Sparkling Riesling? Ja Wohl!
I love it when winemakers get creative.
Over two decades ago, Bonny Doon Vineyards' Randall Grahm earned the nickname “The Rhône Ranger” by embracing the southern Rhône varieties for production in California, among them grenache, syrah, marsanne, and viognier.
He could have made chardonnay and cabernet sauvignon, and merlot. He probably would have done alright with it. Instead he bucked the trend.
And now? Now that grenache and syrah (especially) are growing all over California? What trend is he bucking now?
Well, my wife and I, and our families, drink a fair amount of sparkling wine. And 99% of it is made from some combination of chardonnay, pinot noir, and pinot meunier—the traditional grapes of Champagne. There’s a good reason for using these grapes, and it’s not just tradition. They work excellently in the style.
This wine, however, is a méthode champenoise (i.e., traditionally-crafted sparkling wine) made from 100% riesling.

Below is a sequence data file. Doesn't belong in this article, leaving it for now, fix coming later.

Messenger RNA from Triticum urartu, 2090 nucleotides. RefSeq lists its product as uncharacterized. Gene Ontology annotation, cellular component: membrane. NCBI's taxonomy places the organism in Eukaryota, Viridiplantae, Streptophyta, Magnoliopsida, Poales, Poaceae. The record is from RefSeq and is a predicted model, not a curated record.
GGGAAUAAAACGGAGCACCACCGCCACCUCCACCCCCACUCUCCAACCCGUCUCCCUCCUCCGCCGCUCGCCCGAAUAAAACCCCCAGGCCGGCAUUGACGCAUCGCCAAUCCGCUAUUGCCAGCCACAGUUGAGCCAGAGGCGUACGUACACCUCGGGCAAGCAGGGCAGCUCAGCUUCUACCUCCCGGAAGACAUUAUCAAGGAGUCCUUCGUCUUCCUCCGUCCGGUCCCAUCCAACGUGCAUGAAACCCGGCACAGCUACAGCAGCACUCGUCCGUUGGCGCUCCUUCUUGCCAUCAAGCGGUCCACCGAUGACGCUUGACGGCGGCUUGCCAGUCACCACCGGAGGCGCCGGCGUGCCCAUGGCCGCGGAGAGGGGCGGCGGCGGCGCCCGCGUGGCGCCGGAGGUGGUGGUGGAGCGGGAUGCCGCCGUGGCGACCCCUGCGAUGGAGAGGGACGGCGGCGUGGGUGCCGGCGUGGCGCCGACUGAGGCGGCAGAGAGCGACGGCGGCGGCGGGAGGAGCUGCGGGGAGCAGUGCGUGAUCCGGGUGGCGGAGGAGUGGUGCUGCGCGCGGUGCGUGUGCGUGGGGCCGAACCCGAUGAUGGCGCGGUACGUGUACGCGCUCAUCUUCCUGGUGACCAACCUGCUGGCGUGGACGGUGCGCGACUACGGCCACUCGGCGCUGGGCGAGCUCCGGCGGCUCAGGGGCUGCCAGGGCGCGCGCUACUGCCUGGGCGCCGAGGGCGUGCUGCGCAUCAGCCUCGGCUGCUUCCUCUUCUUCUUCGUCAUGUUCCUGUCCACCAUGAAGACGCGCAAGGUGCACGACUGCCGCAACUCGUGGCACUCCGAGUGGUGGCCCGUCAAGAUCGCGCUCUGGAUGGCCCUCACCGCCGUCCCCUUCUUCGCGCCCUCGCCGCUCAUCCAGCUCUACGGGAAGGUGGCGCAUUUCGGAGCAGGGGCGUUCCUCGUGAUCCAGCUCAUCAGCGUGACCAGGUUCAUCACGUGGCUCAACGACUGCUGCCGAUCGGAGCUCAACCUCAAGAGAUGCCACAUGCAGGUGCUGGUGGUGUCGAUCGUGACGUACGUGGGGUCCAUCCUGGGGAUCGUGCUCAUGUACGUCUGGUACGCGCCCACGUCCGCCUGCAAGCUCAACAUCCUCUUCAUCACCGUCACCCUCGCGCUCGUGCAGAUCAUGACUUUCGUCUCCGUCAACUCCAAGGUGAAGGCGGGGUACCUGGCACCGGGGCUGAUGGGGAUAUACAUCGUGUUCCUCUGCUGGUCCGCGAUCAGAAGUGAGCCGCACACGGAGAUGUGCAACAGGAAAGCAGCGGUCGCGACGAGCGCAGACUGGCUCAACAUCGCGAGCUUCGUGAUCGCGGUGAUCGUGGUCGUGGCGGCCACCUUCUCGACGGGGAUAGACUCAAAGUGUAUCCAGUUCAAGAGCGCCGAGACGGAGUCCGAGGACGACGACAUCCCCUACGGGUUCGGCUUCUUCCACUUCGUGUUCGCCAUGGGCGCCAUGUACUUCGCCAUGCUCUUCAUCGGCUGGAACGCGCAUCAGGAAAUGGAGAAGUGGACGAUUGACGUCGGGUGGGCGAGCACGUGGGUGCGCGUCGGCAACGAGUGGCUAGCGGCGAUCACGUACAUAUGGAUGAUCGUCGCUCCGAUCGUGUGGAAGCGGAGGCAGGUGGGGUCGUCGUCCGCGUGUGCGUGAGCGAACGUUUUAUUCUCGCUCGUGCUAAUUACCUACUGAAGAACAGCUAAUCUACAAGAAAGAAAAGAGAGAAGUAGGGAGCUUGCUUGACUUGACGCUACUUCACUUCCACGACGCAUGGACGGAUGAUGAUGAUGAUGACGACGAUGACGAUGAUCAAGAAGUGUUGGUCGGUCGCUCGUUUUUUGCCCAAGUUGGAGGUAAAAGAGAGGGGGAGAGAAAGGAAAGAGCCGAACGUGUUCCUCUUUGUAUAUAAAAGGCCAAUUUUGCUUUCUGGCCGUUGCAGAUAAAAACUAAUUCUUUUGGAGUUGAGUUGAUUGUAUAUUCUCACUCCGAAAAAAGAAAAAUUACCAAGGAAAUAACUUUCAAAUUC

I’d never had anything like it.
In the glass it truly sparkles, a very light color (more like a blanc de blancs than a blanc de noirs) with small, fast bubbles. On the nose is an unmistakable scent to me: aged gouda. The good kind, with those little crystallized something-or-others throughout the cheese. Know what I’m talking about? Dry, aged, gouda. Some sourdough on the nose too.
More of the same on the palate, the wine tastes like a wonderful combination of bread and cheese. A little yeasty, a bit sour, just a little nutty. It’s delightfully effervescent, with a light, crisp mouthfeel.
Back in the mid-80s, Randall Grahm convinced a winedrinking world that Rhône varieties could not only survive, but thrive in California. And in the summer of 2010, when he poured me a glass of the “Riesling to Live,” he convinced me that sparkling wine can be made from this noble German grape.
And well, at that.